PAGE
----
This article is jointly written by Bridget Foster and Mitch Weisburgh.
In addition to being the most populous state, California is often a bellwether for education change. This is the first year of California’s current ELA adoption. What can we learn, and how will this play out in the rest of the country?
What’s changed in this adoption cycle?
The last adoption for ELA instructional resources in California was in 2008, but was suspended the following year. This means that the last adoption with teeth and budget was in 2002, with many districts not purchasing materials over the last 12-14 years.
California, like other states, has been shifting control down to the districts. Of the five categories in the adoption, the primary category and the one getting all the attention, is for Basic ELA/ELD programs. There were 6 approved programs for Basic ELA/ELD but making the list doesn’t guarantee any market share because of policy changes for the adoption itself that include:
- Districts are not required to purchase anything, and they can use the funds for other purposes as funds are now part of a block grant.
- Districts can choose a program off the list, or develop their own, if they can demonstrate it meets state criteria.
- This adoption list is good for 8 years, unless the schedule is modified, so purchases do not have to be in any one year.
- English Language Arts (ELA) and English Language Development (ELD, for English Language Learners) are now integrated into one program.
Two transformations are also changing the landscape of this adoption.
- Common Core or 21st Century learning standards, are requiring changes to the curriculum, such as reading for greater understanding, increased emphasis on writing, and demonstration of critical thinking skills.
- There is an increased use of technology, and an increasing number of schools and districts are moving to 1:1 environments.
In past adoptions, many districts followed the path of least resistance; continuing with the current product meant less disruption and less need for PD. But this time districts are more amenable to change due to increased technology capacity in some districts and the emphasis that the Common Core places not only on decoding text but also the ability to comprehend complex text.
This is an opportunity for any publisher, including those that have previously found it difficult to compete with the publishing giants, to pick up market share, with an innovative solution, and not just in California.
Some larger districts seem to be more likely to develop their own learning resources, which is the path chosen by both San Francisco USD in Math (57,620 students) and Stockton USD in various subjects (39,486 students) in our survey of curriculum purchasers. Larger districts are more likely to have the internal resources necessary to develop programs and to ensure that all student needs are met (i. e. handicapped students). If these materials prove to be less expensive but with comparable results, it could really change the competitive landscape.
Districts that have adopted 1:1 are strongly attracted to programs that emphasize 1:1. Houghton Mifflin Harcourt (HMH) revamped their materials to engage in more complex texts, eliciting the following comment from one school district, “HMH has increased the rigor in the curriculum. It’s upping the game and getting kids more prepared for college and career.” The HMH curriculum can be used as printed textbook, as a tech solution, or blended.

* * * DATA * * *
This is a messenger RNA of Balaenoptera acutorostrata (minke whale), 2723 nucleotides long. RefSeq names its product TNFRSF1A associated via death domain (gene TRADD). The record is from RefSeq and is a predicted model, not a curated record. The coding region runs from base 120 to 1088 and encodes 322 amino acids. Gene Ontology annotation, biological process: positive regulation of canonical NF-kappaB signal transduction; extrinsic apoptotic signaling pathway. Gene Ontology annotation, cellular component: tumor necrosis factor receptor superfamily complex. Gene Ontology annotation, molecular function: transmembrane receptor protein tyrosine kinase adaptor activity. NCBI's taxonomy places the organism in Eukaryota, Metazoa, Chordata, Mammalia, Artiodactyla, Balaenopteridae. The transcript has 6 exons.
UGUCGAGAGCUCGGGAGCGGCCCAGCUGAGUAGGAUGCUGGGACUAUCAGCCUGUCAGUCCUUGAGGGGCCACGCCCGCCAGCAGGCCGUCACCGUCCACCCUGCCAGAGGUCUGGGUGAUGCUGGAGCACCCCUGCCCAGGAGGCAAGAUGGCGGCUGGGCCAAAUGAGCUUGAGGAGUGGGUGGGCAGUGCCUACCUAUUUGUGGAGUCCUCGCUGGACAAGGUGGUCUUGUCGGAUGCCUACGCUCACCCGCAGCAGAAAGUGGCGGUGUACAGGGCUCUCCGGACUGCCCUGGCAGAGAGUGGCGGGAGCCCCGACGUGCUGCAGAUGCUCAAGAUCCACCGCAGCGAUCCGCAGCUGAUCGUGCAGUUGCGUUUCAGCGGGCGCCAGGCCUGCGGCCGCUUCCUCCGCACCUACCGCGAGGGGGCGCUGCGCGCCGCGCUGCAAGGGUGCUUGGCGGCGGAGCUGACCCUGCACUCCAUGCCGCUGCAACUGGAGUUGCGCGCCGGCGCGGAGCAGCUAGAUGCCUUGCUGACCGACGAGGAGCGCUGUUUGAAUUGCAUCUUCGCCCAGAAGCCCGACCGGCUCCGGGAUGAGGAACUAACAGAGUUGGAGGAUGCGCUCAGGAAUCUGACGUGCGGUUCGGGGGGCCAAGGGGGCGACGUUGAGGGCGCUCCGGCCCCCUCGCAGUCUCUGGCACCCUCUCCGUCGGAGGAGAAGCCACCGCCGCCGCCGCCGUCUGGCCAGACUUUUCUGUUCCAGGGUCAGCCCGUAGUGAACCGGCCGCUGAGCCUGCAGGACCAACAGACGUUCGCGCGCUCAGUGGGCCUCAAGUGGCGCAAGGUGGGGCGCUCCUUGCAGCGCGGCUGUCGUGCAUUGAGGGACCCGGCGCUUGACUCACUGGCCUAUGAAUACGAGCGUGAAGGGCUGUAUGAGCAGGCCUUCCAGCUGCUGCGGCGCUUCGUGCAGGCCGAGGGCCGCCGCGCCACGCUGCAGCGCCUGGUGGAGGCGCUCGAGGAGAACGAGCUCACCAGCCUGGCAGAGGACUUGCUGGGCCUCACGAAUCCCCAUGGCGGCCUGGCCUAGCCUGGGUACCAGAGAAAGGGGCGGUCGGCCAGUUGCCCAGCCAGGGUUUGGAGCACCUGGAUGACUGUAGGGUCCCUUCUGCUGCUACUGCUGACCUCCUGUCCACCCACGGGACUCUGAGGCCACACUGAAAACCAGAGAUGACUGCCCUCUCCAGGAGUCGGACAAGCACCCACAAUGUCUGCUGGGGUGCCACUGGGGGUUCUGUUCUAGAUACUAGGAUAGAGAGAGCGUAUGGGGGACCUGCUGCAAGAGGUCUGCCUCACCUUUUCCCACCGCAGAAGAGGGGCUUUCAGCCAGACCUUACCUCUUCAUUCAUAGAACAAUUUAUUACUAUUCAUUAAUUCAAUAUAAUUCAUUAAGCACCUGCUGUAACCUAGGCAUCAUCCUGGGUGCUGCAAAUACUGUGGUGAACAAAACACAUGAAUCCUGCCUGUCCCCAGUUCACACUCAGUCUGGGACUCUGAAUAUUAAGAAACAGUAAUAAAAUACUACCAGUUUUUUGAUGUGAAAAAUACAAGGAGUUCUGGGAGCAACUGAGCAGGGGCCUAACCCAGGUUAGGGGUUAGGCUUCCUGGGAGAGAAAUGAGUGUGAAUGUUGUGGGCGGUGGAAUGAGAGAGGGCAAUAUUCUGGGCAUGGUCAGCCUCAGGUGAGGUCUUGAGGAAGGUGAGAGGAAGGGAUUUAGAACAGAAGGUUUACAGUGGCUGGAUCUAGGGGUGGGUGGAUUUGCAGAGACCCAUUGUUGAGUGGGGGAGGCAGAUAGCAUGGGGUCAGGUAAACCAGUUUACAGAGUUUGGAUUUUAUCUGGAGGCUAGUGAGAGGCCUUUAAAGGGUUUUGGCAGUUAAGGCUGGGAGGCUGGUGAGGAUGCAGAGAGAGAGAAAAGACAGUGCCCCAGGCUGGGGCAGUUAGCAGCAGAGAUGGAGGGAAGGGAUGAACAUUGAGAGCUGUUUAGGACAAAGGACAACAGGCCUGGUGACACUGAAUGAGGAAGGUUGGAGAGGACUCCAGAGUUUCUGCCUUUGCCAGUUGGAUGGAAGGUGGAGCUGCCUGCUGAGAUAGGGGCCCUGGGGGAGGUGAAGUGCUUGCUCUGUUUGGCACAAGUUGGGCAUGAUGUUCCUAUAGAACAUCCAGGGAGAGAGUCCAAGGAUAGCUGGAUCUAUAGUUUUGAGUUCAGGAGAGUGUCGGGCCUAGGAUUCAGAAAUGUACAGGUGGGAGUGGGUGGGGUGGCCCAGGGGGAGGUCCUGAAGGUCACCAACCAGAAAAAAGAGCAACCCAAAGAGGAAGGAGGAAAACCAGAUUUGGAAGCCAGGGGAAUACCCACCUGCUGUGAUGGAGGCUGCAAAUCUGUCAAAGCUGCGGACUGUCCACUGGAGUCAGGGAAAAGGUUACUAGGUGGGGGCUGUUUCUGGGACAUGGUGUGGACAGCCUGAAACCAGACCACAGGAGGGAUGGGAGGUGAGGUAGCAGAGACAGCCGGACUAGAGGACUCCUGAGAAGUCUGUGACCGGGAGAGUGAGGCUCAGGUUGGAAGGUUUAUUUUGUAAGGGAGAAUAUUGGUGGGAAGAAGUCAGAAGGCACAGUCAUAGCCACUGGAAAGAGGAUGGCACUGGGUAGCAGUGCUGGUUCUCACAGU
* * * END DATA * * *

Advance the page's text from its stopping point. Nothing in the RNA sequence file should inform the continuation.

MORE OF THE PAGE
McGraw-Hill Education (MHE) chose a different tack with two offerings, one traditional and one designed for 1:1 solutions. This second solution hit pay dirt with schools and districts that have gone 1:1, and should be attractive as the number of 1:1 schools expands.
Benchmark Education created a K5 ELA curriculum based on Common Core. While their new approach makes some schools and districts uncomfortable, one county education official indicated that once people look at it they find it is the most rigorous, most rational, has the most scaffolding, and the text is tightly constructed for readability (same sentence patterns, language choices).
What could go wrong?
California schools are busy selecting and implementing new programs that integrate ELA/ELD for the first time, utilize technology more fully, and meet tougher learning standards. The rest of the country is watching to see how they fare:
- Many of the programs are relatively new offerings, there are no large scale long term studies showing they are any more or less effective than other solutions.
- Schools still have massive technology hurdles because of connectivity, alignment with Student Information Systems (SIS), and interoperability (single sign on, rostering, and gradebooks). While there are a lot of purported solutions, schools are finding that they need custom integrations in many cases.
- A good amount of professional development is needed to transition to Common Core (or whatever name a state chooses to use for the tougher 21st Century standards) and the use of technology-based solutions.
- In this budget year, districts have not budgeted for the integration and PD services they might need. While these services are available from the publishers, they are not free. This is causing friction. In the future both districts and publishers will need to be better prepared to smooth the implementation.
With schools demanding more rigorous materials that comply with 21st century learning standards, and with technology deployment issues dogging efforts to go fully digital, it's a confusing time. Publishers can contact us for advice and direction.